When the grinding bodies in the mill 11 comprise a material which is undesirable in the reground middlings, those fractions of this material which accompany the reground middlings discharged from the mill 11 may be separated out in an optional separation step 15. Grinding in the mill 11 is preferably effected in a wet environment. The reground product is returned to a suitable location in the rougher 5, for renewed flotation therein, as indicated by the arrow 16.

The material being dressed may, e.g., be a sulphide ore which is concentrated by separating therefrom gangue or oxidic iron ore which is concentrated by separating phosphorous constituents therefrom. When dressing magnetic ores, the rougher 5 and the cleaner 6 may be replaced with magnetic separators mutually connected in series.

Instead of or in addition to the above described regrinding method, it may be advantageous to regrind middlings from the rougher 5 as indicated in broken lines in the drawing.

A downstream end portion of the rougher 5, i.e. a scavenger portion 5a, is then designed to produce extremely poor tailings, which are removed from the process in the manner indicated by arrow 7a. The concentrate or middlings leaving the scavenger portion 5a is rich in so-called half-grains containing a certain minor about of valuable mineral. As indicated by arrow 10a, the latter middlings are passed to a mill 11a corresponding in all essentials to the above described mill 11, and are reground therein to free valuable mineral. The reground material is passed to a suitable location in rougher 5, as indicated by arrow 16a.

It will be understood therefore that the invention is not restricted to the aforedescribed embodiment illustrated on the drawing, but that the invention can be realized in any desired manner within the inventive concept defined in the following claims. For example, the grinding medium may comprise grinding bodies, e.g. balls or rods, made of sintered hard metal, such as sintered tungsten carbide.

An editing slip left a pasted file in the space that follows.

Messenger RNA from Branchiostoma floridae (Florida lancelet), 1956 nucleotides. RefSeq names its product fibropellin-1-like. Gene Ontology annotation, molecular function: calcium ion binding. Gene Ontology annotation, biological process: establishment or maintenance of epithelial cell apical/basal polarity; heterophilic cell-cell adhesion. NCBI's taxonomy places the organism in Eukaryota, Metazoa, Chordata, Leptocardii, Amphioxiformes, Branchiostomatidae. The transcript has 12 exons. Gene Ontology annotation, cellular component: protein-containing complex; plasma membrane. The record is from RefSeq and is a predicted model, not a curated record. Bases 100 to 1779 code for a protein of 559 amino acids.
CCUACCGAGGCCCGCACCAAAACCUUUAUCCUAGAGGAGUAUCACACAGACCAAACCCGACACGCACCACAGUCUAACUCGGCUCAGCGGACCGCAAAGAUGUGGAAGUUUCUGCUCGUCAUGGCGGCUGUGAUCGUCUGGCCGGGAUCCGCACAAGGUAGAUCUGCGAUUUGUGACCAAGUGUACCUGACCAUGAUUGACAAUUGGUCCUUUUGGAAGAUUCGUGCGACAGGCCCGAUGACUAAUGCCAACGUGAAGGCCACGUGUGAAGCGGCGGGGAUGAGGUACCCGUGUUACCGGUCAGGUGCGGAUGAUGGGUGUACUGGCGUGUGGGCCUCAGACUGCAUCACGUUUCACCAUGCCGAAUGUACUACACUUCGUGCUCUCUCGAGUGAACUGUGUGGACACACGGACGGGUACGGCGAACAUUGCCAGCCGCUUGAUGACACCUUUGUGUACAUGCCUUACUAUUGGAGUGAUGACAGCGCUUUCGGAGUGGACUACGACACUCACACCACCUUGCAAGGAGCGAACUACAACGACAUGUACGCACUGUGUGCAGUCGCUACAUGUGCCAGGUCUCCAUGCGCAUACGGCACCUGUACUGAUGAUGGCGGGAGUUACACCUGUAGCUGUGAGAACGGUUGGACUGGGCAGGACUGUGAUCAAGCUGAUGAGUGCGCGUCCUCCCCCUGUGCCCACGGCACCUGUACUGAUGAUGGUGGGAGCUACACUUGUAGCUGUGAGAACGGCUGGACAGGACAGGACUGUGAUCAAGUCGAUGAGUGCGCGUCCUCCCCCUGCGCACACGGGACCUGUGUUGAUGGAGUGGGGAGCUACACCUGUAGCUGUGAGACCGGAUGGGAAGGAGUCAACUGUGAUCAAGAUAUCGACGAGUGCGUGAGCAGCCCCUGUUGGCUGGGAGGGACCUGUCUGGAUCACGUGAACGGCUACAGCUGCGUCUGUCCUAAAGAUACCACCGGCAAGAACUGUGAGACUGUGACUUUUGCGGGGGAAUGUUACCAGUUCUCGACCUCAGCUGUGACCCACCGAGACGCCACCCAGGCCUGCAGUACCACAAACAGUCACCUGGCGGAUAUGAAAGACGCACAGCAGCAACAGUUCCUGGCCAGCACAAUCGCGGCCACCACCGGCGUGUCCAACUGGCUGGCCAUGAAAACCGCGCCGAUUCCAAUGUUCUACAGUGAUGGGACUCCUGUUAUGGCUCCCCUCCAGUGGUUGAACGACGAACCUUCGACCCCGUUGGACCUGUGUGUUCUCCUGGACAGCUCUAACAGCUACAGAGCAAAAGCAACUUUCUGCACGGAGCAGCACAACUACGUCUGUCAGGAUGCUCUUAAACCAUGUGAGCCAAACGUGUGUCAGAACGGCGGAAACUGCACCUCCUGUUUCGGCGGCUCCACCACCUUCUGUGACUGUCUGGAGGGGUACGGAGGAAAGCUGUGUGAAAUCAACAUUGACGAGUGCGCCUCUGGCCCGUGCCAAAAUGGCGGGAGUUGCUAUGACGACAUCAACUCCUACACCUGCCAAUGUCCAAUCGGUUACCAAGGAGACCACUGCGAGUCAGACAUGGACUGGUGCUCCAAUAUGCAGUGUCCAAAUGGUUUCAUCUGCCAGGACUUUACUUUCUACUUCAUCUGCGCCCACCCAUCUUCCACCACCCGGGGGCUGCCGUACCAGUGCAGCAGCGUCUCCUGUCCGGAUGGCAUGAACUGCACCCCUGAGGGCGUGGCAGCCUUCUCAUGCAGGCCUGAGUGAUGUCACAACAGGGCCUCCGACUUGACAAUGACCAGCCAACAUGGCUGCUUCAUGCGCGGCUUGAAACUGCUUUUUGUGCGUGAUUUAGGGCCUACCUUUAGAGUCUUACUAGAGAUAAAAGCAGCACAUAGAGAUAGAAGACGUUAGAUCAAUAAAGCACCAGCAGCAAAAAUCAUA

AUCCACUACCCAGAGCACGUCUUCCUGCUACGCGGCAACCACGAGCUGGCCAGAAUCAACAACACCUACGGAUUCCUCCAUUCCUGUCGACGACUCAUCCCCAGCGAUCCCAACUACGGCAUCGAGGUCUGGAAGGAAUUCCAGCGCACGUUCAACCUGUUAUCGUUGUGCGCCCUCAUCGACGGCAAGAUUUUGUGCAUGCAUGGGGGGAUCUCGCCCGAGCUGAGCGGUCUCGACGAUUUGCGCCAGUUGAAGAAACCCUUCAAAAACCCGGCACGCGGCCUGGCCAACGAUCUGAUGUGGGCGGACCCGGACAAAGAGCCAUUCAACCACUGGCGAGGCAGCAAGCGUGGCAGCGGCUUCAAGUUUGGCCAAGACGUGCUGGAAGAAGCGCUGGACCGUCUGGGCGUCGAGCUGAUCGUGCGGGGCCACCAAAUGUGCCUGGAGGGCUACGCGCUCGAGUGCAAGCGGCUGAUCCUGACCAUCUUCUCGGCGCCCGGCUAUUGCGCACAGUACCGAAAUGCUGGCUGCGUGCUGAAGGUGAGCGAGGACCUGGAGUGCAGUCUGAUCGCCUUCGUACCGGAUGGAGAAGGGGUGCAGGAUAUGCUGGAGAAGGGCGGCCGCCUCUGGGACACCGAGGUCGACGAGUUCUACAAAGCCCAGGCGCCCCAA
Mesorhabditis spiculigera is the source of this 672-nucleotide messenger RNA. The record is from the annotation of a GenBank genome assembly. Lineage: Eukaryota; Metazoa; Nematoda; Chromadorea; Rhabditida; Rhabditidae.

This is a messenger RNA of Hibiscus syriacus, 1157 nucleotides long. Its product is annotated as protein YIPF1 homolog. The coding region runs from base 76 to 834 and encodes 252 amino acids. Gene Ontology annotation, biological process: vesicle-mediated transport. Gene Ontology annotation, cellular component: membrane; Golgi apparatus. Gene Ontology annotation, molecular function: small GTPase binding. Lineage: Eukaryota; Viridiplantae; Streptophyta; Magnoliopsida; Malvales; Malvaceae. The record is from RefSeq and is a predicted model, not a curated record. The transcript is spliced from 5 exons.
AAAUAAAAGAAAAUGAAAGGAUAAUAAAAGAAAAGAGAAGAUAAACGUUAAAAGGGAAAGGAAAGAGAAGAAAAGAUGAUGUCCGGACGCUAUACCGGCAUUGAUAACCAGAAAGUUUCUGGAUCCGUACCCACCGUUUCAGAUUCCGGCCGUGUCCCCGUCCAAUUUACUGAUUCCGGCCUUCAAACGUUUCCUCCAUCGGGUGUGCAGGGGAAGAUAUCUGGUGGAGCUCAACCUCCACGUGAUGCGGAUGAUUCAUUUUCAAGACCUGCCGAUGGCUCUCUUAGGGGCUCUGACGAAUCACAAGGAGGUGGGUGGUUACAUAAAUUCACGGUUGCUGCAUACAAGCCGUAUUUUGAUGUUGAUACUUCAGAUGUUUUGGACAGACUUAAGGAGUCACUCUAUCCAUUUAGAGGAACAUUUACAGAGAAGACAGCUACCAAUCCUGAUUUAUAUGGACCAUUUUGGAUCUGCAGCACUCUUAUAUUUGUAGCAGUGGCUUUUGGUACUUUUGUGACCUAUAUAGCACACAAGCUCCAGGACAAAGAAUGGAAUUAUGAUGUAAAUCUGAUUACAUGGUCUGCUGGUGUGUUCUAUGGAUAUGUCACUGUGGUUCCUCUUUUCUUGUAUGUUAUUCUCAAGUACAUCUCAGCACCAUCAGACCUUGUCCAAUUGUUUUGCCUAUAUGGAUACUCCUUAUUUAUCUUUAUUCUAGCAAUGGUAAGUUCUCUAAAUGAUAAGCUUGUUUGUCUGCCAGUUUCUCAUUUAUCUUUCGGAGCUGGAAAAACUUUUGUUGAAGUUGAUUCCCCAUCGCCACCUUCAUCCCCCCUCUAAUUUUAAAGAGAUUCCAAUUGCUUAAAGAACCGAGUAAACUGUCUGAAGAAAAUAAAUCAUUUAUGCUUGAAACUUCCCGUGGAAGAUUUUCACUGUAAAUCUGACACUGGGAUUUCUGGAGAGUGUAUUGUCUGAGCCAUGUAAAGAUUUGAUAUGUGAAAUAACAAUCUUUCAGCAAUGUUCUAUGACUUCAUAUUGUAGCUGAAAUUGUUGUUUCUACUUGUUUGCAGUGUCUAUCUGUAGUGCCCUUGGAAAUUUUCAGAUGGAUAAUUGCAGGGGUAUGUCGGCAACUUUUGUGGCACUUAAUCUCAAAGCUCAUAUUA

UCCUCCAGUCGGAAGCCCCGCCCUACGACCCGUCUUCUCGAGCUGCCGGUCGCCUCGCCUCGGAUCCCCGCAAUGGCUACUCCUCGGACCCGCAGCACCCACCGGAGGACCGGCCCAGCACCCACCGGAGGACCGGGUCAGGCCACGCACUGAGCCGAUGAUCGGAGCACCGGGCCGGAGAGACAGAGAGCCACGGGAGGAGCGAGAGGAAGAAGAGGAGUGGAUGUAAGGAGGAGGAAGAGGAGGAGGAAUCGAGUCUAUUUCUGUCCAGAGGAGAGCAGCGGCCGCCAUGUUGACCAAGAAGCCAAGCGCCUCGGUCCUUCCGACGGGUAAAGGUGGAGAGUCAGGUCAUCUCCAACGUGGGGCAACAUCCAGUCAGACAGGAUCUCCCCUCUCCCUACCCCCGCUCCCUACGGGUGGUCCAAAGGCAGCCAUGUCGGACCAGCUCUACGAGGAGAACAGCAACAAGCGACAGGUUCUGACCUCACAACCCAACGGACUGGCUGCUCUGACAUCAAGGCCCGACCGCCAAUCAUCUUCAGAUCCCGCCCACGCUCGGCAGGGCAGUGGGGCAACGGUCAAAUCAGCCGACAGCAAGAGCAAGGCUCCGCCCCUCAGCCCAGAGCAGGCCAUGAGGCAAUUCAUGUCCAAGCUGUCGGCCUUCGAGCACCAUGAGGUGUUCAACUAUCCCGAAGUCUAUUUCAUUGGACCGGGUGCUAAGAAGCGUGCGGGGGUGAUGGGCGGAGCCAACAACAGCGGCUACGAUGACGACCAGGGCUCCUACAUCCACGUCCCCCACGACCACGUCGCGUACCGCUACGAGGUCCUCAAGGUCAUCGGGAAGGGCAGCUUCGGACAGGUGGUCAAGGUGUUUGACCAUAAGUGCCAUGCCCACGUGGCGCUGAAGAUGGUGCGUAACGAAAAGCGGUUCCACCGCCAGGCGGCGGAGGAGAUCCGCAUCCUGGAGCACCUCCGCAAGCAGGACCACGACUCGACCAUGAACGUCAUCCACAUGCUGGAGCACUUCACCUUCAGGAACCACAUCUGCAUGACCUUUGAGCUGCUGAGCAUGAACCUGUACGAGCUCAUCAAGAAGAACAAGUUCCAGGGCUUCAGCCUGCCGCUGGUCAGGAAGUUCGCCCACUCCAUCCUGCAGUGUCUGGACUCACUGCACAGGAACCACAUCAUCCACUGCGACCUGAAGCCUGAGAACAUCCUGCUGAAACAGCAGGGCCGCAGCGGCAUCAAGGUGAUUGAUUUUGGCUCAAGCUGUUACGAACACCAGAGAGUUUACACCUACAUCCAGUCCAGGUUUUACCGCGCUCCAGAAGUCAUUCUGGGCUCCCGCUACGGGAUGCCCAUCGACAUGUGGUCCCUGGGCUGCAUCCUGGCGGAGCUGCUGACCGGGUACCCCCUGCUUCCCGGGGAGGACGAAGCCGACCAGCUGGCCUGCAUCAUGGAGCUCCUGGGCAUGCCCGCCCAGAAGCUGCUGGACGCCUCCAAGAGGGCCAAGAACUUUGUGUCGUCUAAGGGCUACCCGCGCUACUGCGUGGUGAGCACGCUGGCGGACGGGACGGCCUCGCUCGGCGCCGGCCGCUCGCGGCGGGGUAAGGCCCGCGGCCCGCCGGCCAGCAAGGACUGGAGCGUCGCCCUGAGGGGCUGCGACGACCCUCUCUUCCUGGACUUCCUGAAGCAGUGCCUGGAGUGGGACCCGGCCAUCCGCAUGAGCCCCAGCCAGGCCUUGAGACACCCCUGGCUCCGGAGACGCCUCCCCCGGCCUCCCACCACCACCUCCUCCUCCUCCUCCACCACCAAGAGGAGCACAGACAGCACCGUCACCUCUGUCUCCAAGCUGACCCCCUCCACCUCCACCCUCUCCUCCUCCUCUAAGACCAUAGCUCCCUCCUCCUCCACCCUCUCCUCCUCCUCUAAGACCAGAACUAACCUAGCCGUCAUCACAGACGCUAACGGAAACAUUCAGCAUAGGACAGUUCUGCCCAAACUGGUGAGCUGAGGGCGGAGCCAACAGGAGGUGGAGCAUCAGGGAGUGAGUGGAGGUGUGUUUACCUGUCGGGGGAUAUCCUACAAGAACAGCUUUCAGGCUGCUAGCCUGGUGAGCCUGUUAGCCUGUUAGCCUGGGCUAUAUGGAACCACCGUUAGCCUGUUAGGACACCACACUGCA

Patent Citations
Cited PatentFiling datePublication dateApplicantTitle
US2877954 *Jun 14, 1954Mar 17, 1959Taggart & MyersDressing of ore
US3148838 *Jul 24, 1961Sep 15, 1964Premium Iron Ores LtdMethod of preparing metamorphosed iron ores for concentration
US3502271 *May 29, 1967Mar 24, 1970Univ MinnesotaIron ore treating process
US3998938 *May 10, 1974Dec 21, 1976Union Process International, Inc.Method and apparatus for grinding particulate solids
Referenced by
Citing PatentFiling datePublication dateApplicantTitle
US5338337 *Oct 22, 1992Aug 16, 1994Mount Isa Mines LimitedBeneficiation process
US5630557 *Dec 28, 1995May 20, 1997Omya GmbhStirring bead mill with separator to strain out grinding beads
US5718388 *May 25, 1994Feb 17, 1998Eastman KodakContinuous method of grinding pharmaceutical substances
US6578780 *Aug 17, 2001Jun 17, 2003J.F. Knauer GmbhMethod for disintegrating sewage sludge
DE4447321A1 *Dec 31, 1994Jul 4, 1996Omya GmbhRührwerksmühle mit Separator zur Zurückhaltung von Mahlperlen
DE4447321C2 *Dec 31, 1994Jul 22, 1999Omya GmbhRührwerksmühle für die nasse Feinzerkleinerung, mit Separator zur Zurückhaltung von Mahlperlen
DE19501616A1 *Jan 20, 1995Jul 25, 1996Kloeckner Humboldt Deutz AgGrinding esp. of pre-ground cement clinker
EP1055009A1 *Dec 14, 1998Nov 29, 2000MG Technologies, Inc.Methods for treating ores
Classifications
U.S. Classification241/20, 241/24.12, 209/164, 241/172, 241/29, 241/184
International ClassificationB02C17/20
Cooperative ClassificationB02C17/20
European ClassificationB02C17/20
Legal Events
DateCodeEventDescription
Mar 1, 1993FPAYFee payment
Year of fee payment: 4
Feb 19, 1997FPAYFee payment
Year of fee payment: 8
Feb 12, 2001FPAYFee payment
Year of fee payment: 12